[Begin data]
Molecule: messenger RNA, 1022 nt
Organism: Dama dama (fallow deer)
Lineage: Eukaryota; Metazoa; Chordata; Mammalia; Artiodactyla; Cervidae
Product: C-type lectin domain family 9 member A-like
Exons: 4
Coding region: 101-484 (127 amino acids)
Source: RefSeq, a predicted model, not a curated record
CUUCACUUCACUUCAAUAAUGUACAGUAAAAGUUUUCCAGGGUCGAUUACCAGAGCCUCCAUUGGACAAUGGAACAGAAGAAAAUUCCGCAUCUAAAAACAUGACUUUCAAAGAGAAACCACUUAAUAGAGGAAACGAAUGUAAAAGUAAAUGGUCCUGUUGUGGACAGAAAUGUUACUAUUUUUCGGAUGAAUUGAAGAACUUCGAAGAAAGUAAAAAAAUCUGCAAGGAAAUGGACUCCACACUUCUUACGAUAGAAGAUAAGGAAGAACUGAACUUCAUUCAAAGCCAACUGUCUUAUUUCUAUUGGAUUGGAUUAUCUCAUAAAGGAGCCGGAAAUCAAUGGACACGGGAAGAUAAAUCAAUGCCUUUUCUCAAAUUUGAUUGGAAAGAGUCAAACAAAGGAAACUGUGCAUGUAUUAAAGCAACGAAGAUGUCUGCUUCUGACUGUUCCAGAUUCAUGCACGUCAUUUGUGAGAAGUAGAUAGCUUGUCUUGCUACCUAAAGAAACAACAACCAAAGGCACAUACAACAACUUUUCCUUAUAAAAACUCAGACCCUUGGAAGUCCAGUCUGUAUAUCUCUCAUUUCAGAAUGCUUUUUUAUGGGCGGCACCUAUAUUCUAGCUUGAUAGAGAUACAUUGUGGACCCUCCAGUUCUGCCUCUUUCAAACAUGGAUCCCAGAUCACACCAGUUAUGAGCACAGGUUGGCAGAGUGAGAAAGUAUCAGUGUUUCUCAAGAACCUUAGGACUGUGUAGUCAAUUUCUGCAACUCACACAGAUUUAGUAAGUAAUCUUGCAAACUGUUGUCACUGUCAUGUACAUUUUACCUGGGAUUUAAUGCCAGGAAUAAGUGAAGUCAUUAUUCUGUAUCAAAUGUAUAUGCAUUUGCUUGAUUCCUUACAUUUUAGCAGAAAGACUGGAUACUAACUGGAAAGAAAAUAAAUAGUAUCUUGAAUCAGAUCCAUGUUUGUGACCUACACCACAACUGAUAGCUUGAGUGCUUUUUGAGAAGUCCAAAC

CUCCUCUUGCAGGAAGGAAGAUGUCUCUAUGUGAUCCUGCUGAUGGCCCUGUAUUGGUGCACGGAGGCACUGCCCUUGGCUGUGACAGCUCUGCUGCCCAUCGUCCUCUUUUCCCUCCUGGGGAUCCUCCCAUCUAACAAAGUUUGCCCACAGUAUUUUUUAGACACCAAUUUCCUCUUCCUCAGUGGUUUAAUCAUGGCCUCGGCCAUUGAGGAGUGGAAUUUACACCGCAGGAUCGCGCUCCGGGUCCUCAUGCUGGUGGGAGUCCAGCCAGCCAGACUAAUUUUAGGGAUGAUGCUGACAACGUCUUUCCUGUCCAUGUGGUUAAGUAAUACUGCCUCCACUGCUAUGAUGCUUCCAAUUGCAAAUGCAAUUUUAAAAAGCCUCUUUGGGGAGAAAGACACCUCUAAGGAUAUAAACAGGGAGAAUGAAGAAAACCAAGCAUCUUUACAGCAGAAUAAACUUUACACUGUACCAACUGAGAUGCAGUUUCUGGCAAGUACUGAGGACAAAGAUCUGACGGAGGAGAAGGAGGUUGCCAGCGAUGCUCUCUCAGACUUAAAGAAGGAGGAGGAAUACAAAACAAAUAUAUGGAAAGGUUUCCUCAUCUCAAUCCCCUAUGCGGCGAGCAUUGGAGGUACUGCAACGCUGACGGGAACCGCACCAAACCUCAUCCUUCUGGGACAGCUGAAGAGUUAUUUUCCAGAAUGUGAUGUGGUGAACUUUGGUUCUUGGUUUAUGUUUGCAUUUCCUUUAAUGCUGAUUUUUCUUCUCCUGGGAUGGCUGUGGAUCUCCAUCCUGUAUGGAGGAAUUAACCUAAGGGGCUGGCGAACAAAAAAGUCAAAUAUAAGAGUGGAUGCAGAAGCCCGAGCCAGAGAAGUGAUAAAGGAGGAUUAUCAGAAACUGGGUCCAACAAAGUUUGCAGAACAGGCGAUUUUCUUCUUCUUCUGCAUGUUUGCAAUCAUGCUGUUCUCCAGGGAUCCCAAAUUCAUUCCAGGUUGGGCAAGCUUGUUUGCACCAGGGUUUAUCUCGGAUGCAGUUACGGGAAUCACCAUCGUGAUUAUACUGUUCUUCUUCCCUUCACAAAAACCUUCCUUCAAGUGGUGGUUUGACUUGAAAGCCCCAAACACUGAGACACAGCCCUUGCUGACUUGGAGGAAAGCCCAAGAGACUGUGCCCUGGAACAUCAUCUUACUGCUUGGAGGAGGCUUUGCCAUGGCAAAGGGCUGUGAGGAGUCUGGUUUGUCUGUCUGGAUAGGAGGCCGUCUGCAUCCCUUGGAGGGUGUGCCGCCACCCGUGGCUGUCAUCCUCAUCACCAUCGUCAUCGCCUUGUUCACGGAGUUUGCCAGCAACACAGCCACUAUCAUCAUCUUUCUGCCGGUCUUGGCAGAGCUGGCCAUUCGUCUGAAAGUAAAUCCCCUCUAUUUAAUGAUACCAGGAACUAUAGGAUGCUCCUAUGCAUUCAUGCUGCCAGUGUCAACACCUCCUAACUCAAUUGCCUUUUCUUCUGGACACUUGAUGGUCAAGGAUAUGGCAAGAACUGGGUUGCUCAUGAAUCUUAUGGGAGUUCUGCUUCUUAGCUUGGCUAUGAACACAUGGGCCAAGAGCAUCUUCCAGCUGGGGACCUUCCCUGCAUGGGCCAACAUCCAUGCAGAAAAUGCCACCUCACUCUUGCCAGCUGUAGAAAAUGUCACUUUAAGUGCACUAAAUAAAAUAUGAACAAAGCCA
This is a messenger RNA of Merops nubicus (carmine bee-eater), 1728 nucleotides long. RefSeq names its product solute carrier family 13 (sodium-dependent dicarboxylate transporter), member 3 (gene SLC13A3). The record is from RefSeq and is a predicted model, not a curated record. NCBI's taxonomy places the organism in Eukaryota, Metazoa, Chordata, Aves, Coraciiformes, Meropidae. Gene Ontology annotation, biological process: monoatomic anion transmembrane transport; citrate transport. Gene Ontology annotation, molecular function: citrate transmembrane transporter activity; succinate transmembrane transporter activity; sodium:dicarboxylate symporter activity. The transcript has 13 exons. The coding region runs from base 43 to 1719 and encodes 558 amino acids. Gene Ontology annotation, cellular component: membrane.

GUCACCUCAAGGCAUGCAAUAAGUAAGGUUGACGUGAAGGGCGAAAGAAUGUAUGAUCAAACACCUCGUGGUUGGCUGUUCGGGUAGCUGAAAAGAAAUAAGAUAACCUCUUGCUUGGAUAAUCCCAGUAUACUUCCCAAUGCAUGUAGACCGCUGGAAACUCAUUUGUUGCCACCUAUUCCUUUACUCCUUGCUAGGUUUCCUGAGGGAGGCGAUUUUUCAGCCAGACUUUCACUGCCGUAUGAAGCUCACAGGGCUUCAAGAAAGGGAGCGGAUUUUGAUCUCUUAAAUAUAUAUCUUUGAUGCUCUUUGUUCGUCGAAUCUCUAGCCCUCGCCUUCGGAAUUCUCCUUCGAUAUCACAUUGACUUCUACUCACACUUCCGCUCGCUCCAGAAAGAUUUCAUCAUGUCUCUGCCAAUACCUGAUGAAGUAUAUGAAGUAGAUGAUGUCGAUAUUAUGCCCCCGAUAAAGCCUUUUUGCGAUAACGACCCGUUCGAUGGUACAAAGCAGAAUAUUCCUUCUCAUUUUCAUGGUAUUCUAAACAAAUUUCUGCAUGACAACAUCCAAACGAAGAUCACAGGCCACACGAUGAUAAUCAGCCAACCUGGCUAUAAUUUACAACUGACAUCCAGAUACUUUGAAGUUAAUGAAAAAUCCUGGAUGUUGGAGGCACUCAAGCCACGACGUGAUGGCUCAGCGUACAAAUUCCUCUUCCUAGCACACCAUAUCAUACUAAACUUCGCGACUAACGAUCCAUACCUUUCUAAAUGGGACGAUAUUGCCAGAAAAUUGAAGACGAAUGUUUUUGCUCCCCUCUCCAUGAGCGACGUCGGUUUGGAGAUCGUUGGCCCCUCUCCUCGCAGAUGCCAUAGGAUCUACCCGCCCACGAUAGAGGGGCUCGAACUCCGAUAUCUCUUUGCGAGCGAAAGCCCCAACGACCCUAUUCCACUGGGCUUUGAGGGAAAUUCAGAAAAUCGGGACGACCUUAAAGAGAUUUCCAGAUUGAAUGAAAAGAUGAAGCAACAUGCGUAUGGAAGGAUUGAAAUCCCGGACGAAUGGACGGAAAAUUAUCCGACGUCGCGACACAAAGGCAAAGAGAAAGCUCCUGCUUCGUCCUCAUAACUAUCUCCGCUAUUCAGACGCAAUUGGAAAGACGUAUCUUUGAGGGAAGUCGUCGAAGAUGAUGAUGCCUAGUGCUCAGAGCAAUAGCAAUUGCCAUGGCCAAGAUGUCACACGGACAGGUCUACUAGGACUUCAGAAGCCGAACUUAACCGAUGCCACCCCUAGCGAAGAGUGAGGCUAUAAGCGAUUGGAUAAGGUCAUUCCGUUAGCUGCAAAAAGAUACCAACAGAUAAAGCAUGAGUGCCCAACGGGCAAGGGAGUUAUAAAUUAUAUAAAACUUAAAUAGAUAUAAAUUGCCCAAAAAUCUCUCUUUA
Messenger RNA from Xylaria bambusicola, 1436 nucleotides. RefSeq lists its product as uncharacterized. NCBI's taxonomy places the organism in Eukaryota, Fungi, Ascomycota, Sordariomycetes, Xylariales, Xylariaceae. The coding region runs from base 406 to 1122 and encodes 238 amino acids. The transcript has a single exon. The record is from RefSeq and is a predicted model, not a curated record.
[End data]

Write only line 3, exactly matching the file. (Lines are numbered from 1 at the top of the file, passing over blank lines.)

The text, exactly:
Lineage: Eukaryota; Metazoa; Chordata; Mammalia; Artiodactyla; Cervidae